What is The Pothunters about? It’s about a bunch of boys at an English boarding school not unlike the one he went to. A “pot” is what they call a trophy. The pothunters are trying to find pots that have been stolen from the school. He was writing in the style that he was reared in, and the subject matter was his own life.
What themes and tropes appear in P.G. Wodehouse’s The Pothunters that recur in later Wodehouse books?The Pothunters is really the school story. You could say it launched his entire career.
Without The Pothunters, we don’t get Psmith, and we don’t get the background that many of the upper class characters share in the Jeeves and Wooster books. Exactly. You can argue that Wodehouse has characters in his canon in all age strata. Some of them grew up with him.
Seriously? Whoa. I’m a big fan of the show and a bigger fan of Fry and Laurie. It speaks to one thing I love about what I do–I can put on a Stephen Fry vest, and maybe you saw it last night. And I can hold this copy of The Pothunters, which P.G. Wodehouse had in his hands 100 years ago. There’s one degree between me and him. It never gets old.
Did you try on the Stephen Fry Jeeves vest? I put it on and jokingly said if it didn’t sell, I’d buy it.
Did it fit? It did! Dangerously, it did. My wife gave me a knowing look [as if to say] if it comes home, it’s OK.
To get back to P.G. Wodehouse’s The Pothunters, how good a debut novel is it? I’m not a critic, but it can be argued it’s a very, very good debut. It’s his style. It didn’t change. That book came fully equipped.
This P.G. Wodehouse first edition of The Pothunters appeared in 1902. Does the copy predate the use of dust jackets? Or did it have a dust jacket and lose it at some point? Dust jackets were beginning to be a thing. As far as anyone knows, The Pothunters was issued without a dust jacket, but my feeling is it might have been. You can see others in the salethat are very much in the style of the period. The first edition we’re talking about is so clean, and the design is so simple, [I think] it had to have had a jacket.
Do we know how big the first edition of The Pothunters was? There’s no known quantities for the book. Wodehouse was paid a percentage on copies sold. I’d have to think closer to 500 than 5,000 were printed.
How often does a first edition copy of P.G. Wodehouse’s The Pothunters appear at auction? It shows up occasionally. If there are 50 copies of a Jeeves and Wooster online, there [might be] two Pothunters, and one will be a reprint and one will be a first edition.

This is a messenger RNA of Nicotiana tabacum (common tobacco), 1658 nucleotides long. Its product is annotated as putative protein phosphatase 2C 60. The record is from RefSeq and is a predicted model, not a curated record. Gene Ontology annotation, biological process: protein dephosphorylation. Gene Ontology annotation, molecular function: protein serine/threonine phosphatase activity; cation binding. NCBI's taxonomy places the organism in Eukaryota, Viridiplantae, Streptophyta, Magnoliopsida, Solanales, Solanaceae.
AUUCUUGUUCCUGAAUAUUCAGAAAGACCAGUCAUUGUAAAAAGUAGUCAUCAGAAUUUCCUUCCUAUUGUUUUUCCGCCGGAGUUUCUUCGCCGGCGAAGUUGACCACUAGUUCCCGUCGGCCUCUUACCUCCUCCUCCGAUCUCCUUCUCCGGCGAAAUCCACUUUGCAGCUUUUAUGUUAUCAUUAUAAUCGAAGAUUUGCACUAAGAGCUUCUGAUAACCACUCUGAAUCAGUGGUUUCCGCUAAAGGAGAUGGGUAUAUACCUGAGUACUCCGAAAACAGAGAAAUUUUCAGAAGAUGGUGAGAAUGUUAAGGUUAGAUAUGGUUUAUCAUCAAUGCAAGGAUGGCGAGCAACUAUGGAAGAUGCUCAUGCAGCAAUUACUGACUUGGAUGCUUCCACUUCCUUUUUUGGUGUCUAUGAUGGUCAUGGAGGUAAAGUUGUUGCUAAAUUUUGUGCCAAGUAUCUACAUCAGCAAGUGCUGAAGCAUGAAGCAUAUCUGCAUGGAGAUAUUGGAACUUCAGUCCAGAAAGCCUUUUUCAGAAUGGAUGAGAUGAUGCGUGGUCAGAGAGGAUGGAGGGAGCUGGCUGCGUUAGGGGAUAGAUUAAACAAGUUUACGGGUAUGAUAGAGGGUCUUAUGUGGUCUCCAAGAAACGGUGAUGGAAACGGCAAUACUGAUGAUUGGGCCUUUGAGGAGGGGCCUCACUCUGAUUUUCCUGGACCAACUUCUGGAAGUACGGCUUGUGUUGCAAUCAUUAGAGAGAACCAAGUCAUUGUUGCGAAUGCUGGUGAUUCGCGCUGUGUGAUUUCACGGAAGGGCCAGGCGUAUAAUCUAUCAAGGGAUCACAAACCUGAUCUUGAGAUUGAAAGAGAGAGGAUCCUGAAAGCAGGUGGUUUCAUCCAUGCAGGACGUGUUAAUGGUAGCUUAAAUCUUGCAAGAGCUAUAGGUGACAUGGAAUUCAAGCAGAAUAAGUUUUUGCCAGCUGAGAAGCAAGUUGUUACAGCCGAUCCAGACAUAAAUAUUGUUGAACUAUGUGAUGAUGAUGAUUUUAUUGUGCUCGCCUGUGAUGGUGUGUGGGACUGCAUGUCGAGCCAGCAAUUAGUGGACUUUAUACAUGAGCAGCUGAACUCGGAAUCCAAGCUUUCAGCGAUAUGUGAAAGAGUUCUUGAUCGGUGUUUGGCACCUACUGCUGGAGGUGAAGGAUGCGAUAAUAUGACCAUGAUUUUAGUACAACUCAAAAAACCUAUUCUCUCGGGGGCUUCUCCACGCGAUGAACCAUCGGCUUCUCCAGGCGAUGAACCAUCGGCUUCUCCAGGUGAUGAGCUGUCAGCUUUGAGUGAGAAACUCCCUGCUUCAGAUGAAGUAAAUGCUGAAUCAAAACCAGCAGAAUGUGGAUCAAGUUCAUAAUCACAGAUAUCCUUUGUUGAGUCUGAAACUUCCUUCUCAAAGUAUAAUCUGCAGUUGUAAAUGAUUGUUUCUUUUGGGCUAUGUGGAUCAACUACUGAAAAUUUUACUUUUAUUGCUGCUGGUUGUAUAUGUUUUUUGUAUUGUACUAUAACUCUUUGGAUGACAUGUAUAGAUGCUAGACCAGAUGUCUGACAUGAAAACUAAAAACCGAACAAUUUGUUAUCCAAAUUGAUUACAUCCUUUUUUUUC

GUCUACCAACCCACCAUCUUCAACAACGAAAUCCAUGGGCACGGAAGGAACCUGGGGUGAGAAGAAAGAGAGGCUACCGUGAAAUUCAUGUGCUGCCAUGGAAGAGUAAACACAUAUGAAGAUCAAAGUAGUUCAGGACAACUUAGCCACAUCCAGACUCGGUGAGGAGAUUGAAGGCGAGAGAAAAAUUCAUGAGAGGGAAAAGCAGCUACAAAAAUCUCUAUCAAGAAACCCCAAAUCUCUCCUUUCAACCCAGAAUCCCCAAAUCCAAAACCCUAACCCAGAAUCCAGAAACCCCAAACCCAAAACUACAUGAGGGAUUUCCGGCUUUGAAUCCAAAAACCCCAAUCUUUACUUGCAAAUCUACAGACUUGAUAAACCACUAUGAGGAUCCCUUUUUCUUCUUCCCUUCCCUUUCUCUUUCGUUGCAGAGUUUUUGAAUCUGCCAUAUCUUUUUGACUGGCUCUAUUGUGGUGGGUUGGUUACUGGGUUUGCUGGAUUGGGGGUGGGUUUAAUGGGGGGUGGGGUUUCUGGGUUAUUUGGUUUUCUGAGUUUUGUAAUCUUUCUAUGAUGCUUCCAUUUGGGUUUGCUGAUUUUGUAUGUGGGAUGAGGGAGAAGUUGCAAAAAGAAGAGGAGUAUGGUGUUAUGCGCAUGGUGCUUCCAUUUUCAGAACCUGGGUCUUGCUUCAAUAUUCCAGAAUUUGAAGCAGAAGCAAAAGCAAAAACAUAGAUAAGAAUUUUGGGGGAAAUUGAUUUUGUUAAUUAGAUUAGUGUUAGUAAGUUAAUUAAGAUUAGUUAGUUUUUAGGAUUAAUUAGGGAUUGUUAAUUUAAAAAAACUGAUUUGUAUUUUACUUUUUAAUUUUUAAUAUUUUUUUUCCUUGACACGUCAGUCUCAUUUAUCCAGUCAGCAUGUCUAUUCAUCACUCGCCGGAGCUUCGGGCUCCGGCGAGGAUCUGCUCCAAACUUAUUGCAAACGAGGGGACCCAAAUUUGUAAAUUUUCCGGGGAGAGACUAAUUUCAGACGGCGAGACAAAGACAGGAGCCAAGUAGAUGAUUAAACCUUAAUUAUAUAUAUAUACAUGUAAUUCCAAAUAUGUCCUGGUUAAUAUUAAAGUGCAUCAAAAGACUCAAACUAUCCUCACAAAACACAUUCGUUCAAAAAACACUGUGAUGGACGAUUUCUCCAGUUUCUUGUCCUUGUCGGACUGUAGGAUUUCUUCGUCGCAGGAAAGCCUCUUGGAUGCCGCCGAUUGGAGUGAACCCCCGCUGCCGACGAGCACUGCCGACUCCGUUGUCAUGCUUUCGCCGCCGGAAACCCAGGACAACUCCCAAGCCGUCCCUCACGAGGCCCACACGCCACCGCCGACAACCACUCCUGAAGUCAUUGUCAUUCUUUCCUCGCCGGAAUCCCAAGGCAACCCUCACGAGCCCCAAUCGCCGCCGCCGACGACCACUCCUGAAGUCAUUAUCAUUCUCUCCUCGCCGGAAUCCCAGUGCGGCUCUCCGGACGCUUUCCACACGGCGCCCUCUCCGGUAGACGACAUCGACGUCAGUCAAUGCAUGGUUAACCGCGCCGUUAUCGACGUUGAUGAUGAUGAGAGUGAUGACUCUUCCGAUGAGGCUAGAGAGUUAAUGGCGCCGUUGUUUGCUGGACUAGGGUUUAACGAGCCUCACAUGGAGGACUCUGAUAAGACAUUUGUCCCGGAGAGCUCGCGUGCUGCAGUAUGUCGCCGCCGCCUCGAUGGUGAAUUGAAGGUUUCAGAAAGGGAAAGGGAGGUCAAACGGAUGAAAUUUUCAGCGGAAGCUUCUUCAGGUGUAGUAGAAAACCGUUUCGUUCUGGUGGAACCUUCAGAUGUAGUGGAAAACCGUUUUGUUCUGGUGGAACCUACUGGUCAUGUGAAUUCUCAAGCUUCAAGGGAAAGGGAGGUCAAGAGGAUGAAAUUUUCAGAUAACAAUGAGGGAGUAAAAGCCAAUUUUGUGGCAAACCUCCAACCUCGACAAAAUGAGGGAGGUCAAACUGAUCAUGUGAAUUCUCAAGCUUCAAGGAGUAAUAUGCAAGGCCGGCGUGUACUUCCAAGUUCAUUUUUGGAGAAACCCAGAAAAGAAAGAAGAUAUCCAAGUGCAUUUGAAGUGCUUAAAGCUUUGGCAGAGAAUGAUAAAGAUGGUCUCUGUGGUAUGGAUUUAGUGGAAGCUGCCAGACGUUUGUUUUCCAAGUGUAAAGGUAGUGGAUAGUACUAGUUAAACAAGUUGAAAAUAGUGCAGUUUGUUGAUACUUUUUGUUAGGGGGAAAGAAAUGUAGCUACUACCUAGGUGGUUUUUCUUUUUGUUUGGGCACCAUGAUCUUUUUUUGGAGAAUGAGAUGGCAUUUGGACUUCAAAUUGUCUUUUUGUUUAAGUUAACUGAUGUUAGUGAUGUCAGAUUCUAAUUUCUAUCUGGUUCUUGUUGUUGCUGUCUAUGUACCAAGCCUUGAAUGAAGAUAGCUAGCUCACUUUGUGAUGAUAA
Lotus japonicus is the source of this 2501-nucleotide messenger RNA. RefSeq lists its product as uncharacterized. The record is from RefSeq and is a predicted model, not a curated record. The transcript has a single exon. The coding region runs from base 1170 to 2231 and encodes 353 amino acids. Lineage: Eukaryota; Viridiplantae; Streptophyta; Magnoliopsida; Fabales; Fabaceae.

This copy is signed by P.G. Wodehouse. How rare is his signature, and how rare is it to see one on a first-edition copy of The Pothunters? Wodehouse signed for friends and fans. He didn’t sign a ton. What’s really cool about this signature on The Pothunters is it’s in fountain pen, and if you look at the ink, it’s old and brown. It makes me think it’s early. And it just says “P.G. Wodehouse”. He often signed with his nickname, Plum, or signed “Plum–P.G. Wodehouse”. Because this just says “P.G. Wodehouse”, it says to me he was young and not confident enough that the world would know him as Plum. It’s a big difference from the 90-year-old Wodehouse signing in ballpoint pen.
P.G. Wodehouse signed this copy of The Pothunters closer to when the book came out. Exactly. It’s uncommon to find a P.G. Wodehouse book signed. To find a copy of The Pothunters signed contemporaneously–that makes it much more interesting. Looking at auction records, I couldn’t find another.
What’s the world auction record for a copy of P.G. Wodehouse’s The Pothunters, and what’s the world auction record for any P.G. Wodehouse book? The highest in general was 2013, at Bloomsbury in London, for The Globe By the Way Book, a 1908 collection of pieces he and a friend, Herbert Westbrook, published in The Globe. It’s one of the rarest pieces of Wodeiana. It sold for £26,840 ($42,192) against an estimate of £2,500 to £3,500 ($3,900 to $5,500), way more than ten times its high estimate. The record for The Pothunters was also set at Bloomsbury in 2014. It sold for £3,968 ($6,200) against an estimate of £1,200 to £1,800 ($1,900 to $2,800).